CHARLESTON, S.C. – Former Republican presidential candidate Herman Cain spoke to a sparse, late afternoon crowd at the Southern Republican Leadership Conference, making an endorsement and offering advice to Newt Gingrich.
Cain spent the majority of his talk touting his 9-9-9 tax plan. In addition, he suggested that wealthy individuals, such as Warren Buffett, write checks to the U.S. Treasury if they feel guilty about earning too much money.
"The 9-9-9 is a great tax equalizer," Cain exclaimed. "Mr. Buffett has complained that it's not fair his secretary pays a higher percentage of taxes than he does. My advice to Warren Buffett is to sit down and write a check and send it in. Don't drag the rest of the rich people along."
The former CEO of Godfather's Pizza took the opportunity to give what he termed an "unconventional" endorsement. While those in the auditorium were sitting on the edge of their seats in anticipation of the announcement, Cain simply stated that he was throwing his support behind "the people."
"I am for the American people," said Cain, who went on to say he might still endorse an individual candidate at a later date.
"If I made an endorsement of a specific candidate today it might spilt my support. Whoever wins the nomination I will support. My primary objective is to defeat Barack Obama. I still might endorse a specific candidate but I am not prepared to do so now. I like three of the four who are still in the race."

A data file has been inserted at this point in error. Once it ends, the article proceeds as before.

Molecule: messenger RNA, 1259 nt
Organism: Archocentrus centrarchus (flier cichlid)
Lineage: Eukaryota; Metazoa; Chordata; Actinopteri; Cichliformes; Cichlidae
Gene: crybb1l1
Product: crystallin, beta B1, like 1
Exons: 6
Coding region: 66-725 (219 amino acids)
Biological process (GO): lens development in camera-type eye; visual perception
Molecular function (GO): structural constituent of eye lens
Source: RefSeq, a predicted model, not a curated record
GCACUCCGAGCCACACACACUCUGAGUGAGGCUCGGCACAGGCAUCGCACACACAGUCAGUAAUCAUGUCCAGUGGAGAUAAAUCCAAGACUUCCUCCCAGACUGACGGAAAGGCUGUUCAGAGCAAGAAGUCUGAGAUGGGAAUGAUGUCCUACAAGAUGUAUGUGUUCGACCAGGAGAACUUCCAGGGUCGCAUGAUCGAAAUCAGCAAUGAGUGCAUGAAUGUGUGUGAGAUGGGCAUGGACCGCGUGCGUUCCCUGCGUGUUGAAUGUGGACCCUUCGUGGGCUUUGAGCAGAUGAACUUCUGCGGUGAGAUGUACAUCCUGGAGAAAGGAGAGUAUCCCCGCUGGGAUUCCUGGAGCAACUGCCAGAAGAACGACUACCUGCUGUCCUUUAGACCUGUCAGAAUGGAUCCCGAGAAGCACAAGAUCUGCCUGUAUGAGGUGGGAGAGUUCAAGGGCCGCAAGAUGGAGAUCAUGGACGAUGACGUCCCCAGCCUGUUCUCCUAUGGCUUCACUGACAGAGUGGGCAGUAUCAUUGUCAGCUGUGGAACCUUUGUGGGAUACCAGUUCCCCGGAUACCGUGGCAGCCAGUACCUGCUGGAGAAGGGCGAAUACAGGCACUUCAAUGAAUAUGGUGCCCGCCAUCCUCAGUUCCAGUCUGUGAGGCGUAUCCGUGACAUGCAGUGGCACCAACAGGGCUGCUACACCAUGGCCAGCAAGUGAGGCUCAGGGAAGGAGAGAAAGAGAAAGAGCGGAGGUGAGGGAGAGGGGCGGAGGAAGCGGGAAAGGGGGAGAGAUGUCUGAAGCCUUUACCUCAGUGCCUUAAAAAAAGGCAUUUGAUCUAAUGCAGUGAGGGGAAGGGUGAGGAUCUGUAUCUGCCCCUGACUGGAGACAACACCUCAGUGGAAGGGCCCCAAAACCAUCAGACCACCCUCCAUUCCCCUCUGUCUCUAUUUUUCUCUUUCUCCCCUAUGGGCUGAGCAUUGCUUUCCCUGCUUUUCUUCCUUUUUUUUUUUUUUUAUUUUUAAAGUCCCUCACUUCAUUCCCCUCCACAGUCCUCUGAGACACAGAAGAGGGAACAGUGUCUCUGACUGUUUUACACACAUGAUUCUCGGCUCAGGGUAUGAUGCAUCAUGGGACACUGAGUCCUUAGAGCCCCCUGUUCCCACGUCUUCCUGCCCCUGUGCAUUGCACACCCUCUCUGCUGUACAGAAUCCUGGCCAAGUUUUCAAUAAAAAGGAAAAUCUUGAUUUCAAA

He would not specific which three he was referring to.
Cain was also asked about the recent revelations by Gingrich's second wife, Marianne Gingrich, regarding Newt's past marital infidelities. Her interview will air on ABC's Nightline after Thursday evening's debate.
"The American people don't care. Don't focus on it," Cain advised Gingrich. "The people want to hear about solutions. Focusing on something in his past personal life – it does not do justice to the American people, folks. It is an injustice to drag anybody's past personal life out. The people just don't care."
The candidates will have one more chance to convince South Carolina's undecided voters they are the one to take on President Obama in Thursday night's CNN debate. The primary election will be held on Saturday.